Sickle cell anemia is a well-known risk factor for stroke. In conditions of mild hypoxemia, red blood cells sickle and sludge in arteries and veins, leading to thrombosis and infarction at a young age. Children with sickle cell anemia have approximately 285 strokes per 100 000 children per year.1 Twenty-two percent of people with sickle cell disease have ischemic lesions on cerebral magnetic resonance imaging.2 Although red blood cells that are heterozygous for sickle cell trait (SCT) are more resistant to sickling than cells that are homozygous for SCT, they too can sickle under conditions attainable in daily life, and they may also lead to infarction.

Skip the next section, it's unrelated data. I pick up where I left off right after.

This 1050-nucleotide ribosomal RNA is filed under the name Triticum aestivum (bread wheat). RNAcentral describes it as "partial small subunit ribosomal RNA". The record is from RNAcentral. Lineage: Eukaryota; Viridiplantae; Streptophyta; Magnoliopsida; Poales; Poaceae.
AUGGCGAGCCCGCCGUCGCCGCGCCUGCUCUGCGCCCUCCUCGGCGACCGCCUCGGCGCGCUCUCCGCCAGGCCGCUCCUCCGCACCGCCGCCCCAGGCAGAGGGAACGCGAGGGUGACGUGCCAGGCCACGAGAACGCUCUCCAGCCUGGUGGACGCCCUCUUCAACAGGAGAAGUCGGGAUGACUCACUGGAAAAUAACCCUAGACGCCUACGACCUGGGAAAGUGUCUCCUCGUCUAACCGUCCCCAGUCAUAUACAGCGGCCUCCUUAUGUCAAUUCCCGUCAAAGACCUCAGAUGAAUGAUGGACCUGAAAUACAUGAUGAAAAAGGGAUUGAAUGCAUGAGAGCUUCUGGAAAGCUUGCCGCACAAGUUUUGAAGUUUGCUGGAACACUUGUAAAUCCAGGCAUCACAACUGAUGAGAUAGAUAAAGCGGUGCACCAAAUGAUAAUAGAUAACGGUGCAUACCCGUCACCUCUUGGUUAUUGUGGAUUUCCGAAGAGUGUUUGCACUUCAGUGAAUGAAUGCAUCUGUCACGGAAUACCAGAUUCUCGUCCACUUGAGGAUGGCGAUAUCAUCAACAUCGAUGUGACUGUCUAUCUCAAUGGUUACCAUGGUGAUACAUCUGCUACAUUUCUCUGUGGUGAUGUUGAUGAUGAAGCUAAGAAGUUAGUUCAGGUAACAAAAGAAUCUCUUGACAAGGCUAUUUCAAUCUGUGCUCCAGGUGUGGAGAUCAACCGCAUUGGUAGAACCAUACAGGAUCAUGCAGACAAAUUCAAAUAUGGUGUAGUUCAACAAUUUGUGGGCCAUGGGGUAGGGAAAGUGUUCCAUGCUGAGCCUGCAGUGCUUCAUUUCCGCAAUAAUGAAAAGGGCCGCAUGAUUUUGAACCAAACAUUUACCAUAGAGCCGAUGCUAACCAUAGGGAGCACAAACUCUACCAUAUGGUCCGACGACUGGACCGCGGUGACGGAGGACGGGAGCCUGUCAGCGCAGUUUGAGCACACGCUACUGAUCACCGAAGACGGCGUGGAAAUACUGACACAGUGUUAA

Golomb MR. Sickle Cell Trait Is a Risk Factor for Early Stroke. Arch Neurol. 2005;62(11):1778–1779. doi:10.1001/archneur.62.11.1778
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